Engineers from Imperial College London have dispelled a 100-year-old scientific law used to describe how fluid flows through rocks.
The discovery by researchers from Imperial could lead to a range of improvements including advances in Carbon Capture and Storage (CCS). This is where industrial emissions will be captured by CCS technology, before reaching the atmosphere, and safely stored in rock deep underground.
Miles below the surface of the Earth different types of fluids are flowing through the microscopic spaces between the grains inside rocks.
Scientists from the College have used the Diamond Light Source facility in the UK to make 3D videos that show in more detail than ever before how fluids move through rock.
For over one hundred years, engineers have been modelling how multiple fluids flow through rocks for a range of reasons. For example, modelling fluid flow enables engineers to determine how to extract oil and gas. Understanding how seawater flows through rocks provides insights into the volatility of Earth's crust, and predicting how fresh water flows through rocks enables engineers to manage water resources. More recently, engineers have been modelling how CO? flows through rock as part of CCS.
Previously, scientists have used a formula for modelling how fluids move through rocks. It's called Darcy's Extended Law and the premise of it is that gases move through rock via their own separate, stable, complex, microscopic pathways. This has been the underpinning approach used by engineers to model fluid flow for the last 100 years.
However, the Imperial scientists have discovered that rather than flowing in a relatively stable pattern through rocks, the flows are in fact very unstable. The pathways that fluids flow through actually only last for a short period of time, tens of seconds at most, before re-arranging and forming into different ones. The team have called this process dynamic connectivity.
The importance of the discovery of dynamic connectivity is that engineers around the world will now be able to more accurately model how fluids flow through rock.
Dr Catriona Reynolds, lead author on the study who completed her PhD in the Department of Earth Science and Engineering at Imperial, said: "Trying to model how fluids flow through rock at large scales has proven to be a major scientific and engineering challenge. Our ability to predict how these fluids flow in the subsurface is not much better than it was 50 years ago despite major advances in computer modelling technology. Engineers have long suspected that there were some major gaps in our understanding of the underlying physics of fluid flow. Our new observations in this study will force engineers to re-evaluate their modelling techniques, increasing their accuracy."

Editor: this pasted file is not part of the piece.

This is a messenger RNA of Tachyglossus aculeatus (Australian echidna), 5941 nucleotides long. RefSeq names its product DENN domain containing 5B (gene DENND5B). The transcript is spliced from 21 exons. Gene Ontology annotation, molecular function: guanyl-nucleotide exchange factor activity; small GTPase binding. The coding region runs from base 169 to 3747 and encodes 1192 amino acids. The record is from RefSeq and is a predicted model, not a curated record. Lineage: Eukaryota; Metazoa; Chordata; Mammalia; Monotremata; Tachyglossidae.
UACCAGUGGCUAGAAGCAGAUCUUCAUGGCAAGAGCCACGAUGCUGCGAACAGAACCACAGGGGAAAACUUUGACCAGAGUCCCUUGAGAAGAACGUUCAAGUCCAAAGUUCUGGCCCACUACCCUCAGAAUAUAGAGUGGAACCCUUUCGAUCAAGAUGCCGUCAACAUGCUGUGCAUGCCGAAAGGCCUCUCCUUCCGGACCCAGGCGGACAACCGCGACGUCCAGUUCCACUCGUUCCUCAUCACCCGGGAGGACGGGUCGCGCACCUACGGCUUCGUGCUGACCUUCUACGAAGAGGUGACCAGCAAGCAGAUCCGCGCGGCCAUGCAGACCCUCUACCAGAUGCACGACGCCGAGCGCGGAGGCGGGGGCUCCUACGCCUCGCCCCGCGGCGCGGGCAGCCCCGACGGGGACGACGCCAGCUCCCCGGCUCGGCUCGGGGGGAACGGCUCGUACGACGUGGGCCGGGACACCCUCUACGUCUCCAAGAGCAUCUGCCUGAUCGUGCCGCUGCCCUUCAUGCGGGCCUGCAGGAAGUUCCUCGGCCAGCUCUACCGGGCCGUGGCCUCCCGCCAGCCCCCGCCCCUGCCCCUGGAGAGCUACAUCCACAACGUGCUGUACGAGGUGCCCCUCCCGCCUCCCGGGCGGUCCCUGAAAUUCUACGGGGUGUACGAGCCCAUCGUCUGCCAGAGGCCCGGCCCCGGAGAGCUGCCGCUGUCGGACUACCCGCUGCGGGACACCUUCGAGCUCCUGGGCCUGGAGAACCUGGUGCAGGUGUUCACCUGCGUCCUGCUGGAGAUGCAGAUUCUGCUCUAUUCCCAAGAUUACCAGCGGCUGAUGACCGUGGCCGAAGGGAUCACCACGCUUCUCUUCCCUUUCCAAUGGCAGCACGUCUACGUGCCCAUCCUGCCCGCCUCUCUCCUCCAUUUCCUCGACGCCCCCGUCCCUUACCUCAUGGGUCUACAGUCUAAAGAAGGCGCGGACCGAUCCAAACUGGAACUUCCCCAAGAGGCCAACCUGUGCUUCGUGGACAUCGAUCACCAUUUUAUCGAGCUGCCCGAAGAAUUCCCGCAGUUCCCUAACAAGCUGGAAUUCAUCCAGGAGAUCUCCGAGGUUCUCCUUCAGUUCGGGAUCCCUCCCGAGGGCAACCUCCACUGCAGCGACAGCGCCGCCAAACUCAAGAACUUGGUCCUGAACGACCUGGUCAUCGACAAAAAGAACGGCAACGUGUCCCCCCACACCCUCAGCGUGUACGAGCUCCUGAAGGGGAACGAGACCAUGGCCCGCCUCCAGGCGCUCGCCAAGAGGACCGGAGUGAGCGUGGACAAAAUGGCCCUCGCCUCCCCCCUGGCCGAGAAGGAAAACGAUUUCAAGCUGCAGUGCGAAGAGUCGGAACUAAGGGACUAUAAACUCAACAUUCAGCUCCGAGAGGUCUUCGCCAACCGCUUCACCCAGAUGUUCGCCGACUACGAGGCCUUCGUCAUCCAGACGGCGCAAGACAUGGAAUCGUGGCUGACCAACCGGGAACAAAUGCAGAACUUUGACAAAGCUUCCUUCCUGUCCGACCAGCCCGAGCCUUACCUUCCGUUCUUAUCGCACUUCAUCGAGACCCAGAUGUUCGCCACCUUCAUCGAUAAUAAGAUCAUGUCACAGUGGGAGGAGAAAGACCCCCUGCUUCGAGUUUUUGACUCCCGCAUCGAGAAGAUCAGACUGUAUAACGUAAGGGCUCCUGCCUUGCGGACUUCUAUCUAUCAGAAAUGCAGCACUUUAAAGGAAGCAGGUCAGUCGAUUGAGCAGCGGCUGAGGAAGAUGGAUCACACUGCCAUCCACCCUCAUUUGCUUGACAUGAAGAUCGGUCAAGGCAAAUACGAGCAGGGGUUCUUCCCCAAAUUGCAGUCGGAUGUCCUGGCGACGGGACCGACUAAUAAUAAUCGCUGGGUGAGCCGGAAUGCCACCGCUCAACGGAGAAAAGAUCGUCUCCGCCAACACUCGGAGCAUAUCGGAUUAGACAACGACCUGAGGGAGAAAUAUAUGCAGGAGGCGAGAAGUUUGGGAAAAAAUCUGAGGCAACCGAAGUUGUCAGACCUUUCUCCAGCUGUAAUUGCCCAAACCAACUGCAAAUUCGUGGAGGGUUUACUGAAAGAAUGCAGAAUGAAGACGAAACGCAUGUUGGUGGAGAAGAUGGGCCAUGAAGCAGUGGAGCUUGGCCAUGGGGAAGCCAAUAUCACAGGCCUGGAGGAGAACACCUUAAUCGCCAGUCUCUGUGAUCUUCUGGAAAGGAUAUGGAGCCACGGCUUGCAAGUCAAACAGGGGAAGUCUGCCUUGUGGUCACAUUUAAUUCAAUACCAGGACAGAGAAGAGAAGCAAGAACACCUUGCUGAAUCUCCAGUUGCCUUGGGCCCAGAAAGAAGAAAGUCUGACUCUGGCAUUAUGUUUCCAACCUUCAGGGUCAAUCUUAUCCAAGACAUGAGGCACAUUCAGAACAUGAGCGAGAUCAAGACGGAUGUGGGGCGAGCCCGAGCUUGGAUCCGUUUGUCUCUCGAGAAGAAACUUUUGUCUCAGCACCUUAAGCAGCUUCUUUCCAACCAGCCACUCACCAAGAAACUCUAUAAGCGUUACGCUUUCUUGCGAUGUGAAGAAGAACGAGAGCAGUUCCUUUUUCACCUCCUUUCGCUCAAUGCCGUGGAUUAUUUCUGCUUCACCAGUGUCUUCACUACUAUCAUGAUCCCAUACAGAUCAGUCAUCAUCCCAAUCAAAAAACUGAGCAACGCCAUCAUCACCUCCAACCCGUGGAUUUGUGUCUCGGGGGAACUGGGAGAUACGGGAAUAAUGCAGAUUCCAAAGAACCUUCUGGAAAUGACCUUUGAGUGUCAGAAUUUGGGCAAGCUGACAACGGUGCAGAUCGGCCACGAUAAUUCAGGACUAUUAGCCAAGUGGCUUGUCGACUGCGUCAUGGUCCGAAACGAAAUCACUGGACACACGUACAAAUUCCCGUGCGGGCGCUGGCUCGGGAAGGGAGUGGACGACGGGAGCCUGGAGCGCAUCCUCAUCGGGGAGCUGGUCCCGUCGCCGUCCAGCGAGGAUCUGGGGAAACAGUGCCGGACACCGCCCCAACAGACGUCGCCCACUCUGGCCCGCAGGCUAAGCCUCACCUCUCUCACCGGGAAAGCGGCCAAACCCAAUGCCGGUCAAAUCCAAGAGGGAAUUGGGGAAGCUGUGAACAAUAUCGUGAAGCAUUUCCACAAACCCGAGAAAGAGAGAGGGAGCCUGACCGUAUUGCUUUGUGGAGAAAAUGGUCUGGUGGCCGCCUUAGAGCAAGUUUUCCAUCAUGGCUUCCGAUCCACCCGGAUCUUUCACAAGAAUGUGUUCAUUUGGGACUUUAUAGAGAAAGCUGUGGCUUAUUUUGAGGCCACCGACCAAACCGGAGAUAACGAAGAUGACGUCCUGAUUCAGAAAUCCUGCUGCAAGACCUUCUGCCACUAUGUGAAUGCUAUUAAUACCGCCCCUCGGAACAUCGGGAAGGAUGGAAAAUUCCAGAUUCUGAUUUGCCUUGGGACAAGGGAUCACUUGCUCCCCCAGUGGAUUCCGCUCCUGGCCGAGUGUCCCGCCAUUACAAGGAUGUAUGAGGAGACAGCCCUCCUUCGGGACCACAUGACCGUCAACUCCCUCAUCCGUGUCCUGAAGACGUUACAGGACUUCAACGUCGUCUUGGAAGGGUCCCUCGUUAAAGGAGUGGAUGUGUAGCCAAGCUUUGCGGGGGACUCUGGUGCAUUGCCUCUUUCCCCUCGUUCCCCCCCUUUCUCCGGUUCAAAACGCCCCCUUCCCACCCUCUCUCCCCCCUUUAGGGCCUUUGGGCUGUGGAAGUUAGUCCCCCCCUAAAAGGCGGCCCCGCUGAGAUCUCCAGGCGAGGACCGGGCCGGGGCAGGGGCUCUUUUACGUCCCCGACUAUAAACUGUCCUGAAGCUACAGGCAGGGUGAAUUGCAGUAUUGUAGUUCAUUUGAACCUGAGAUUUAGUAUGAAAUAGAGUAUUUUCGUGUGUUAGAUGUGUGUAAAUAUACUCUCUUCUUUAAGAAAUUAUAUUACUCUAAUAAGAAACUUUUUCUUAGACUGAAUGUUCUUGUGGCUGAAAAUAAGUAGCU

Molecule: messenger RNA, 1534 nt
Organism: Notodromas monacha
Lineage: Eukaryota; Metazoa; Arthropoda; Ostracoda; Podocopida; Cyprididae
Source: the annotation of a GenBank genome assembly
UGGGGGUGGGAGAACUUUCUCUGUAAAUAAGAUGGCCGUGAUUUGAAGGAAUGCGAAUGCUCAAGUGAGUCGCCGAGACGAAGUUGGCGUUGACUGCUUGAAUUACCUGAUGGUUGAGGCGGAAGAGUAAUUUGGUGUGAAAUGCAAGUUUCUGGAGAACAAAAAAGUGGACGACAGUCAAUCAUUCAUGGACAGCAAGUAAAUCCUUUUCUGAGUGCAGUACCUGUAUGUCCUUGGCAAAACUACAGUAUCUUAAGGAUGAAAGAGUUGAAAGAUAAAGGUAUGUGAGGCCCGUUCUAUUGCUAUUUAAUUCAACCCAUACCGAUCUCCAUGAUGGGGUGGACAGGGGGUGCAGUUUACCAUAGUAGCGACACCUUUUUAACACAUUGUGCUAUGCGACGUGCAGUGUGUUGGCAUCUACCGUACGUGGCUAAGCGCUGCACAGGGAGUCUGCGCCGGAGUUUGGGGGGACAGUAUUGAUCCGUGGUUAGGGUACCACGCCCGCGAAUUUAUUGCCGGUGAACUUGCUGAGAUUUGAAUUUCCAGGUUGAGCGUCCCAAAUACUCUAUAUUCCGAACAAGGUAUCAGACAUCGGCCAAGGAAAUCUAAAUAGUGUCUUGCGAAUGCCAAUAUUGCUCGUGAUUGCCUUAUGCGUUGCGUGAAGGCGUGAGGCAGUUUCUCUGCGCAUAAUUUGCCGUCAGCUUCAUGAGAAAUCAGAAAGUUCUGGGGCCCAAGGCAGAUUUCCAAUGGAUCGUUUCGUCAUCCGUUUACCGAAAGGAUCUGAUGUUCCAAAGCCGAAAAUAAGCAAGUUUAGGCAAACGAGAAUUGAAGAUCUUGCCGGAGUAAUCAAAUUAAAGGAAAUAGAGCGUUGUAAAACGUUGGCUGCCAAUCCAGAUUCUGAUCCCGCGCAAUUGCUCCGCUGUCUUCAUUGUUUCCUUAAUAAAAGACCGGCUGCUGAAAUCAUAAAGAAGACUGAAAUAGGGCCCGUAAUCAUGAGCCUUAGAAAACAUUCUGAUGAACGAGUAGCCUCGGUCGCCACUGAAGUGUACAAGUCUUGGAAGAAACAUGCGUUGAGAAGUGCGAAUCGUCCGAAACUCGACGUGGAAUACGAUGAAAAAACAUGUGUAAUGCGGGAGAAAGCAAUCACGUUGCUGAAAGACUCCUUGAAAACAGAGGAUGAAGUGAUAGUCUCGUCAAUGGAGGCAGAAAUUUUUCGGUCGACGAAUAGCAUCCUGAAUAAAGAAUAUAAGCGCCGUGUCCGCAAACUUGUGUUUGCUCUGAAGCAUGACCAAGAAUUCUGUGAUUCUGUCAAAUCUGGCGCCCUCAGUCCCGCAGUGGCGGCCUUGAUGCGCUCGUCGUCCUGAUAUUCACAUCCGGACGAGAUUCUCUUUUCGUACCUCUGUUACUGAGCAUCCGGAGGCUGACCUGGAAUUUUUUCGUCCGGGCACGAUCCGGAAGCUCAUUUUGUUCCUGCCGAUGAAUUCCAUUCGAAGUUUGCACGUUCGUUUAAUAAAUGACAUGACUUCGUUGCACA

To create the 3D images the researchers in today's study used the synchrotron particle accelerator at the Diamond Light Source. The synchrotron enables the researchers to take 3D image at speeds much faster than a conventional laboratory X-ray instrument - around 45 seconds compared to hours for a laboratory based instrument. This enabled them to see the dynamics, which had not been previously observed before.
However, an even higher time resolution would significantly enhance the observations. These fluid pathways re-arrange themselves quickly, so ideally the team would like the observations to capture every 100th of a second. This time resolution is only possible right now using optical light from microscopes combined with high-speed cameras. However, they are limited in their ability to observe fluids moving through real rocks.
The next steps will see the team attempting to overcome this technological obstacle using a combination of novel optical and X-ray imaging techniques. This could enable them to model fluid flow on a large scale, which would be of use for modelling CO2 storage, the production of oil and gas, and the migration of fluids deep in the Earth's crust.
The research is published today in the journal Proceedings of the National Academy of Sciences and funded by Engineering and Physical Science Research Council's Doctoral Training Scholarship Scheme and supported by the Qatar Carbonates and Carbon Storage Research Centre, funded jointly by Qatar Petroleum, Shell and the Qatar Science and Technology Park.
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Catriona Reynolds el al., "Dynamic connectivity - A new steady-state pore-scale flow mechanism," PNAS (2017). www.pnas.org/cgi/doi/10.1073/pnas.1702834114